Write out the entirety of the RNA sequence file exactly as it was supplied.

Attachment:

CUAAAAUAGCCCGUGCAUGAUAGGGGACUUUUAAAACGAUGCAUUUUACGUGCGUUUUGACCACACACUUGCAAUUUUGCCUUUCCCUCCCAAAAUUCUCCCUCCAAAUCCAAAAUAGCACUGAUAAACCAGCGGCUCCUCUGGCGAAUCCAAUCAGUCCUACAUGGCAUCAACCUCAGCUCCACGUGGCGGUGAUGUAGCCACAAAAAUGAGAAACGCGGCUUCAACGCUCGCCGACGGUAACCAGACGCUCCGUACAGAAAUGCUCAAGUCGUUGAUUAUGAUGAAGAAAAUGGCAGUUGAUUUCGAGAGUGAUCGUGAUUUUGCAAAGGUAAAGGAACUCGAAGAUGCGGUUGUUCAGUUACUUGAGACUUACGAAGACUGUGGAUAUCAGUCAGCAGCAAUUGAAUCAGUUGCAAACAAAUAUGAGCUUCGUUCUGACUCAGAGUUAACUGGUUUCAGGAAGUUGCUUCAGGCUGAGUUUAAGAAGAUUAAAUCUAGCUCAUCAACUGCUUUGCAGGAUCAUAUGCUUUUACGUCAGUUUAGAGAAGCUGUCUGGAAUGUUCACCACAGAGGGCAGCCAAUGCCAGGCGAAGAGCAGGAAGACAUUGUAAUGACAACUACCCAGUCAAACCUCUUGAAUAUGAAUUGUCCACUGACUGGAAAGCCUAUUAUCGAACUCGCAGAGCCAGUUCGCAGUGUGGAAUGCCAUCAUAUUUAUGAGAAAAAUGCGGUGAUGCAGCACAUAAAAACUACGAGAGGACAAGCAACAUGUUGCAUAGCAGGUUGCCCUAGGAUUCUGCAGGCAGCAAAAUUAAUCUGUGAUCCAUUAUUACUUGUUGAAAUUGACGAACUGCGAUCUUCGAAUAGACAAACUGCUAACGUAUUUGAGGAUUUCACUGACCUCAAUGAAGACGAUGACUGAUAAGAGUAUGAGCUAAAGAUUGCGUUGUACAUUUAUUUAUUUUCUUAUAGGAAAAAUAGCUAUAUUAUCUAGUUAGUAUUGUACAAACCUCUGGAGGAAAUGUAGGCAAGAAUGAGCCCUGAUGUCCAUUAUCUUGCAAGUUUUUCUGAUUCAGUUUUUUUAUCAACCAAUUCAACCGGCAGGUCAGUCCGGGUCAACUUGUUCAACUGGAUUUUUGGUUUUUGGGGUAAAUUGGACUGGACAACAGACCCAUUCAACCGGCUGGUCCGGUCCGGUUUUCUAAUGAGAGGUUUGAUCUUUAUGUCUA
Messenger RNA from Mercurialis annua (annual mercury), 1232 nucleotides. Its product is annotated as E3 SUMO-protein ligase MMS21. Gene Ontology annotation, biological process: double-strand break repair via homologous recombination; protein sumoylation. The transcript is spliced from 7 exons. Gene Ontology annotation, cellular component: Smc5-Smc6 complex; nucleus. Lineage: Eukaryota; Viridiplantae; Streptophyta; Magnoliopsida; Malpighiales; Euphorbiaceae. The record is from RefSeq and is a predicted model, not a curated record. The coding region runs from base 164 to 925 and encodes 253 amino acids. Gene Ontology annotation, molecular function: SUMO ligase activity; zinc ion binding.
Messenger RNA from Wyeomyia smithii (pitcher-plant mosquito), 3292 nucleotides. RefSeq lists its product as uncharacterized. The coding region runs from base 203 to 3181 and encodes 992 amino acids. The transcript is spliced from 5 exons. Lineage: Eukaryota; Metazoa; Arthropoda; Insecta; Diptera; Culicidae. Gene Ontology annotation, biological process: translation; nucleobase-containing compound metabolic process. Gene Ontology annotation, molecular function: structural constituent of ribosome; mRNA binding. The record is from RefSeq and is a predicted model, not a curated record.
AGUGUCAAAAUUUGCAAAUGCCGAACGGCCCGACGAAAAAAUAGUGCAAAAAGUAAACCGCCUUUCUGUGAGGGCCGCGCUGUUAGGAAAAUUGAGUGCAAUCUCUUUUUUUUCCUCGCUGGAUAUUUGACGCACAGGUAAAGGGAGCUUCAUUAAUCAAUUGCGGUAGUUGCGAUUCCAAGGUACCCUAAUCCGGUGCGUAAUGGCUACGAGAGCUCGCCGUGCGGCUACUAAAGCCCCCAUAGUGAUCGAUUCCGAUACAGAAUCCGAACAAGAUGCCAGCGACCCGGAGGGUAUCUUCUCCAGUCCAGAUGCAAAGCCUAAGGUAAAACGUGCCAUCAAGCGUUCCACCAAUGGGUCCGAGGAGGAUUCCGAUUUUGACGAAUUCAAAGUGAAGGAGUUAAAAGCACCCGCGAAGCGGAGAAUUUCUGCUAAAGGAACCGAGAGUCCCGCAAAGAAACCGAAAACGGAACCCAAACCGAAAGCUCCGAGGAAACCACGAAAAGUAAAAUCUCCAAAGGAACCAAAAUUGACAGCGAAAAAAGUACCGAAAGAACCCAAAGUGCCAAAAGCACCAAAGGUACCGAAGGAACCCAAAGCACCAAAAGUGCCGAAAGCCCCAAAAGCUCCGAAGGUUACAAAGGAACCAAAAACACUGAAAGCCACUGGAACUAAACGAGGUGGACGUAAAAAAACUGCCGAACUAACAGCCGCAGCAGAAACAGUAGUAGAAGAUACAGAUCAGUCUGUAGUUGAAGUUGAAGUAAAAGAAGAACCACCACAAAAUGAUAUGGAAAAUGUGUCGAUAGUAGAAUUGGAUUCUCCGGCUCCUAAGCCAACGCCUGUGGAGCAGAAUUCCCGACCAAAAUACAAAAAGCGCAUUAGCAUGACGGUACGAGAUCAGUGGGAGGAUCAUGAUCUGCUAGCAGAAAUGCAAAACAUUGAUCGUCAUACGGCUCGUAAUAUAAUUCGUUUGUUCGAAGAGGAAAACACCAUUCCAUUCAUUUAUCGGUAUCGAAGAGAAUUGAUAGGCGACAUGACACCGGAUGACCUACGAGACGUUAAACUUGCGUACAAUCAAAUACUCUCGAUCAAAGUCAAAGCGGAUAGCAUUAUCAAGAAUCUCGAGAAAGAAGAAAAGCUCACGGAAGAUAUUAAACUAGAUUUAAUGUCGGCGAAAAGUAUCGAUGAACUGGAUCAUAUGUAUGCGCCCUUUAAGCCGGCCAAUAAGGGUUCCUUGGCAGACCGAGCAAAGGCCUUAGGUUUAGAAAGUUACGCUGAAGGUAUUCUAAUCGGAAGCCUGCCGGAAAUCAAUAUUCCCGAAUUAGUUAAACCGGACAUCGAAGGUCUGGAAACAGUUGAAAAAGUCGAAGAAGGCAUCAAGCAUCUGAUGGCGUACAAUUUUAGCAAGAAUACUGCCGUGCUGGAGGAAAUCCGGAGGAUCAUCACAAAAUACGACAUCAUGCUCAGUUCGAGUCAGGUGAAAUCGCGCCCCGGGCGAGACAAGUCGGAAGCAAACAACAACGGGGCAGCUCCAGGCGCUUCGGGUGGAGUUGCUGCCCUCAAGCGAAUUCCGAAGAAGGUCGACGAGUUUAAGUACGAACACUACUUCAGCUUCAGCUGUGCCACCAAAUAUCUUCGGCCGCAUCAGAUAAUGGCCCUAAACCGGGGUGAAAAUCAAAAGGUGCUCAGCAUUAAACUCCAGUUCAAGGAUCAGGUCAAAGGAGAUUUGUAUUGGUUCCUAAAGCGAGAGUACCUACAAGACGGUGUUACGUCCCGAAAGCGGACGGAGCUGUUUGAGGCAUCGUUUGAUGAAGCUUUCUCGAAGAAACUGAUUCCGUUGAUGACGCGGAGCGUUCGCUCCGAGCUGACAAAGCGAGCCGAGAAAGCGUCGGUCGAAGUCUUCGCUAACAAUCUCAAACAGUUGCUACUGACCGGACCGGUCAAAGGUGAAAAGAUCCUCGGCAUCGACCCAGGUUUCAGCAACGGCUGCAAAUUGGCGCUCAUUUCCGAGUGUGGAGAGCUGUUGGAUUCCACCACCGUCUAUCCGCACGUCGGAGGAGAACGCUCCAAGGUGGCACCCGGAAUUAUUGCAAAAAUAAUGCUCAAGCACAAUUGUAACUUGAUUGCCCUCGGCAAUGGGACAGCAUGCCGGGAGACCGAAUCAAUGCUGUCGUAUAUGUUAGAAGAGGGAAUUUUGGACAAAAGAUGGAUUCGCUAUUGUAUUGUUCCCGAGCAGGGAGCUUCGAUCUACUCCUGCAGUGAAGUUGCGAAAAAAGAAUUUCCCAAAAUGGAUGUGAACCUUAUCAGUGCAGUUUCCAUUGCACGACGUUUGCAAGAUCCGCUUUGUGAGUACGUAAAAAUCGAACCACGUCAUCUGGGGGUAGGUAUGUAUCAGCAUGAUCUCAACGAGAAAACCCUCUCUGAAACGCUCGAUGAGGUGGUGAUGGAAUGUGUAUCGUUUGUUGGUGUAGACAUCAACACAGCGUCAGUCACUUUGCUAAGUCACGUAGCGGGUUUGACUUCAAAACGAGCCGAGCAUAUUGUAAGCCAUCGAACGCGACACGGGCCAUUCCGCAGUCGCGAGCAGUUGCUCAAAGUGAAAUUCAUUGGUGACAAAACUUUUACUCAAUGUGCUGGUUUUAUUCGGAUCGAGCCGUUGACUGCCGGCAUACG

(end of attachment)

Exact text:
CUAAAAUAGCCCGUGCAUGAUAGGGGACUUUUAAAACGAUGCAUUUUACGUGCGUUUUGACCACACACUUGCAAUUUUGCCUUUCCCUCCCAAAAUUCUCCCUCCAAAUCCAAAAUAGCACUGAUAAACCAGCGGCUCCUCUGGCGAAUCCAAUCAGUCCUACAUGGCAUCAACCUCAGCUCCACGUGGCGGUGAUGUAGCCACAAAAAUGAGAAACGCGGCUUCAACGCUCGCCGACGGUAACCAGACGCUCCGUACAGAAAUGCUCAAGUCGUUGAUUAUGAUGAAGAAAAUGGCAGUUGAUUUCGAGAGUGAUCGUGAUUUUGCAAAGGUAAAGGAACUCGAAGAUGCGGUUGUUCAGUUACUUGAGACUUACGAAGACUGUGGAUAUCAGUCAGCAGCAAUUGAAUCAGUUGCAAACAAAUAUGAGCUUCGUUCUGACUCAGAGUUAACUGGUUUCAGGAAGUUGCUUCAGGCUGAGUUUAAGAAGAUUAAAUCUAGCUCAUCAACUGCUUUGCAGGAUCAUAUGCUUUUACGUCAGUUUAGAGAAGCUGUCUGGAAUGUUCACCACAGAGGGCAGCCAAUGCCAGGCGAAGAGCAGGAAGACAUUGUAAUGACAACUACCCAGUCAAACCUCUUGAAUAUGAAUUGUCCACUGACUGGAAAGCCUAUUAUCGAACUCGCAGAGCCAGUUCGCAGUGUGGAAUGCCAUCAUAUUUAUGAGAAAAAUGCGGUGAUGCAGCACAUAAAAACUACGAGAGGACAAGCAACAUGUUGCAUAGCAGGUUGCCCUAGGAUUCUGCAGGCAGCAAAAUUAAUCUGUGAUCCAUUAUUACUUGUUGAAAUUGACGAACUGCGAUCUUCGAAUAGACAAACUGCUAACGUAUUUGAGGAUUUCACUGACCUCAAUGAAGACGAUGACUGAUAAGAGUAUGAGCUAAAGAUUGCGUUGUACAUUUAUUUAUUUUCUUAUAGGAAAAAUAGCUAUAUUAUCUAGUUAGUAUUGUACAAACCUCUGGAGGAAAUGUAGGCAAGAAUGAGCCCUGAUGUCCAUUAUCUUGCAAGUUUUUCUGAUUCAGUUUUUUUAUCAACCAAUUCAACCGGCAGGUCAGUCCGGGUCAACUUGUUCAACUGGAUUUUUGGUUUUUGGGGUAAAUUGGACUGGACAACAGACCCAUUCAACCGGCUGGUCCGGUCCGGUUUUCUAAUGAGAGGUUUGAUCUUUAUGUCUA
Messenger RNA from Mercurialis annua (annual mercury), 1232 nucleotides. Its product is annotated as E3 SUMO-protein ligase MMS21. Gene Ontology annotation, biological process: double-strand break repair via homologous recombination; protein sumoylation. The transcript is spliced from 7 exons. Gene Ontology annotation, cellular component: Smc5-Smc6 complex; nucleus. Lineage: Eukaryota; Viridiplantae; Streptophyta; Magnoliopsida; Malpighiales; Euphorbiaceae. The record is from RefSeq and is a predicted model, not a curated record. The coding region runs from base 164 to 925 and encodes 253 amino acids. Gene Ontology annotation, molecular function: SUMO ligase activity; zinc ion binding.
Messenger RNA from Wyeomyia smithii (pitcher-plant mosquito), 3292 nucleotides. RefSeq lists its product as uncharacterized. The coding region runs from base 203 to 3181 and encodes 992 amino acids. The transcript is spliced from 5 exons. Lineage: Eukaryota; Metazoa; Arthropoda; Insecta; Diptera; Culicidae. Gene Ontology annotation, biological process: translation; nucleobase-containing compound metabolic process. Gene Ontology annotation, molecular function: structural constituent of ribosome; mRNA binding. The record is from RefSeq and is a predicted model, not a curated record.
AGUGUCAAAAUUUGCAAAUGCCGAACGGCCCGACGAAAAAAUAGUGCAAAAAGUAAACCGCCUUUCUGUGAGGGCCGCGCUGUUAGGAAAAUUGAGUGCAAUCUCUUUUUUUUCCUCGCUGGAUAUUUGACGCACAGGUAAAGGGAGCUUCAUUAAUCAAUUGCGGUAGUUGCGAUUCCAAGGUACCCUAAUCCGGUGCGUAAUGGCUACGAGAGCUCGCCGUGCGGCUACUAAAGCCCCCAUAGUGAUCGAUUCCGAUACAGAAUCCGAACAAGAUGCCAGCGACCCGGAGGGUAUCUUCUCCAGUCCAGAUGCAAAGCCUAAGGUAAAACGUGCCAUCAAGCGUUCCACCAAUGGGUCCGAGGAGGAUUCCGAUUUUGACGAAUUCAAAGUGAAGGAGUUAAAAGCACCCGCGAAGCGGAGAAUUUCUGCUAAAGGAACCGAGAGUCCCGCAAAGAAACCGAAAACGGAACCCAAACCGAAAGCUCCGAGGAAACCACGAAAAGUAAAAUCUCCAAAGGAACCAAAAUUGACAGCGAAAAAAGUACCGAAAGAACCCAAAGUGCCAAAAGCACCAAAGGUACCGAAGGAACCCAAAGCACCAAAAGUGCCGAAAGCCCCAAAAGCUCCGAAGGUUACAAAGGAACCAAAAACACUGAAAGCCACUGGAACUAAACGAGGUGGACGUAAAAAAACUGCCGAACUAACAGCCGCAGCAGAAACAGUAGUAGAAGAUACAGAUCAGUCUGUAGUUGAAGUUGAAGUAAAAGAAGAACCACCACAAAAUGAUAUGGAAAAUGUGUCGAUAGUAGAAUUGGAUUCUCCGGCUCCUAAGCCAACGCCUGUGGAGCAGAAUUCCCGACCAAAAUACAAAAAGCGCAUUAGCAUGACGGUACGAGAUCAGUGGGAGGAUCAUGAUCUGCUAGCAGAAAUGCAAAACAUUGAUCGUCAUACGGCUCGUAAUAUAAUUCGUUUGUUCGAAGAGGAAAACACCAUUCCAUUCAUUUAUCGGUAUCGAAGAGAAUUGAUAGGCGACAUGACACCGGAUGACCUACGAGACGUUAAACUUGCGUACAAUCAAAUACUCUCGAUCAAAGUCAAAGCGGAUAGCAUUAUCAAGAAUCUCGAGAAAGAAGAAAAGCUCACGGAAGAUAUUAAACUAGAUUUAAUGUCGGCGAAAAGUAUCGAUGAACUGGAUCAUAUGUAUGCGCCCUUUAAGCCGGCCAAUAAGGGUUCCUUGGCAGACCGAGCAAAGGCCUUAGGUUUAGAAAGUUACGCUGAAGGUAUUCUAAUCGGAAGCCUGCCGGAAAUCAAUAUUCCCGAAUUAGUUAAACCGGACAUCGAAGGUCUGGAAACAGUUGAAAAAGUCGAAGAAGGCAUCAAGCAUCUGAUGGCGUACAAUUUUAGCAAGAAUACUGCCGUGCUGGAGGAAAUCCGGAGGAUCAUCACAAAAUACGACAUCAUGCUCAGUUCGAGUCAGGUGAAAUCGCGCCCCGGGCGAGACAAGUCGGAAGCAAACAACAACGGGGCAGCUCCAGGCGCUUCGGGUGGAGUUGCUGCCCUCAAGCGAAUUCCGAAGAAGGUCGACGAGUUUAAGUACGAACACUACUUCAGCUUCAGCUGUGCCACCAAAUAUCUUCGGCCGCAUCAGAUAAUGGCCCUAAACCGGGGUGAAAAUCAAAAGGUGCUCAGCAUUAAACUCCAGUUCAAGGAUCAGGUCAAAGGAGAUUUGUAUUGGUUCCUAAAGCGAGAGUACCUACAAGACGGUGUUACGUCCCGAAAGCGGACGGAGCUGUUUGAGGCAUCGUUUGAUGAAGCUUUCUCGAAGAAACUGAUUCCGUUGAUGACGCGGAGCGUUCGCUCCGAGCUGACAAAGCGAGCCGAGAAAGCGUCGGUCGAAGUCUUCGCUAACAAUCUCAAACAGUUGCUACUGACCGGACCGGUCAAAGGUGAAAAGAUCCUCGGCAUCGACCCAGGUUUCAGCAACGGCUGCAAAUUGGCGCUCAUUUCCGAGUGUGGAGAGCUGUUGGAUUCCACCACCGUCUAUCCGCACGUCGGAGGAGAACGCUCCAAGGUGGCACCCGGAAUUAUUGCAAAAAUAAUGCUCAAGCACAAUUGUAACUUGAUUGCCCUCGGCAAUGGGACAGCAUGCCGGGAGACCGAAUCAAUGCUGUCGUAUAUGUUAGAAGAGGGAAUUUUGGACAAAAGAUGGAUUCGCUAUUGUAUUGUUCCCGAGCAGGGAGCUUCGAUCUACUCCUGCAGUGAAGUUGCGAAAAAAGAAUUUCCCAAAAUGGAUGUGAACCUUAUCAGUGCAGUUUCCAUUGCACGACGUUUGCAAGAUCCGCUUUGUGAGUACGUAAAAAUCGAACCACGUCAUCUGGGGGUAGGUAUGUAUCAGCAUGAUCUCAACGAGAAAACCCUCUCUGAAACGCUCGAUGAGGUGGUGAUGGAAUGUGUAUCGUUUGUUGGUGUAGACAUCAACACAGCGUCAGUCACUUUGCUAAGUCACGUAGCGGGUUUGACUUCAAAACGAGCCGAGCAUAUUGUAAGCCAUCGAACGCGACACGGGCCAUUCCGCAGUCGCGAGCAGUUGCUCAAAGUGAAAUUCAUUGGUGACAAAACUUUUACUCAAUGUGCUGGUUUUAUUCGGAUCGAGCCGUUGACUGCCGGCAUACG